MythTV/Introduction

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MythTV
Introduction | Getting Started | Installing | Extras | Troubleshooting | Conclusion

MythTV is a "do it yourself" (homebrew) personal video recorder (PVR), which is a device that lets you record and watch television shows. In fact, it is more than just a PVR, it is a home entertainment personal computer (HTPC), also called a Media PC. Yet MythTV is more than a mere HTPC, it is a powerful and functional server computer that can provide users with a wide range of entertainment services. With a functional MythTV, you can:

  • Pause and rewind live TV
  • Schedule programs to be recorded, and watch them at your leisure
  • When viewing recorded programs, you can quickly fast-forward, rewind, automatically skip commercials, and much more
  • Play DVDs, VCDs, music CDs, and downloaded audio/video
  • Use your TV as a computer (to browse the web, or anything else)
  • Play video games on your TV
  • Use your TV to play music
  • Get automatic regionalized weather reports
  • and much more!

MythTV is, essentially, a piece of open-source (and free) software that, once running properly, captures your television signal, records it on your hard drive, and allows you to watch those recordings off of the hard drive at a later time. The functionality of MythTV can be accessed with an on-screen menu system, with a web interface (via the MythWeb plug-in), or via a remote terminal (telnet or SSH). It is open source and highly configurable and customizable.

MythTV, and its related open-source components, are being developed by enthusiastic programmers. Everything is provided in a free and open format so as to encourage others to use the software, and hopefully expand upon it. The good news is that MythTV is free, powerful, customizable, fun to tinker with, and fun to use. It can run on any standard PC, so it doesn’t take much to get started with it!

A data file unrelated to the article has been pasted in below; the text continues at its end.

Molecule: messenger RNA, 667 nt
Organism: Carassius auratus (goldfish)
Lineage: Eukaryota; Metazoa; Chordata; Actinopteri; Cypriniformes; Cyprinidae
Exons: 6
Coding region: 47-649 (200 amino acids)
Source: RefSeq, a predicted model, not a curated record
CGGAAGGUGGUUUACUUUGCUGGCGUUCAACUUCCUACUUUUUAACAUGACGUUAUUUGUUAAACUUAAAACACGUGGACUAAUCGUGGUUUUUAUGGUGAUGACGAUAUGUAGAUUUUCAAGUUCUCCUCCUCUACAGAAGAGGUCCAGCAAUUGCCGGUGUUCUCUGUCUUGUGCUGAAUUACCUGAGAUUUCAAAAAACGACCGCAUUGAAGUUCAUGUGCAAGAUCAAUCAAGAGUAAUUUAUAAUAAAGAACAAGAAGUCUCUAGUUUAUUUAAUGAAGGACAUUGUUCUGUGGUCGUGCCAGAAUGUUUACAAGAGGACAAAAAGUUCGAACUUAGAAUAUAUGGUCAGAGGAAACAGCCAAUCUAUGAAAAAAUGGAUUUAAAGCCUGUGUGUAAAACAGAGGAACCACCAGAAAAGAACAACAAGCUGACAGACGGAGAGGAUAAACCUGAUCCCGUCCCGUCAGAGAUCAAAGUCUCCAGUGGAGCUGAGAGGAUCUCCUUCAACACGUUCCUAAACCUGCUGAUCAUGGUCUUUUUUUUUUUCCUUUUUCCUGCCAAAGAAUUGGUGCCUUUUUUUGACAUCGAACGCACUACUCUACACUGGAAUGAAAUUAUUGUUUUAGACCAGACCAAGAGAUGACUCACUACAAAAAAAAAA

What's the downside?[edit]

  • MythTV is still developmental, and as such is not a finished or ‘polished’ product yet. Getting it to run properly can be difficult.
  • The fact that MythTV runs on Linux is what makes it so powerful, but to those who don’t have any experience with Linux, this can be a major issue.
  • Once MythTV is running, it is very much like a commercial PVR, in that it has an on-screen menu-interface to control all its features. However, MythTV will occasionally require some tweaking and re-working, meaning bypassing the interface and getting to the 'guts' of the system (i.e.: the Linux Operating System you have running behind the scenes).
  • You need a spare PC of some sort (although this same PC can be used as a file server, web server, etc.).
  • You need a capture card (which can cost $30 to $300, depending what you’re interested in).

Should I build a MythTV?[edit]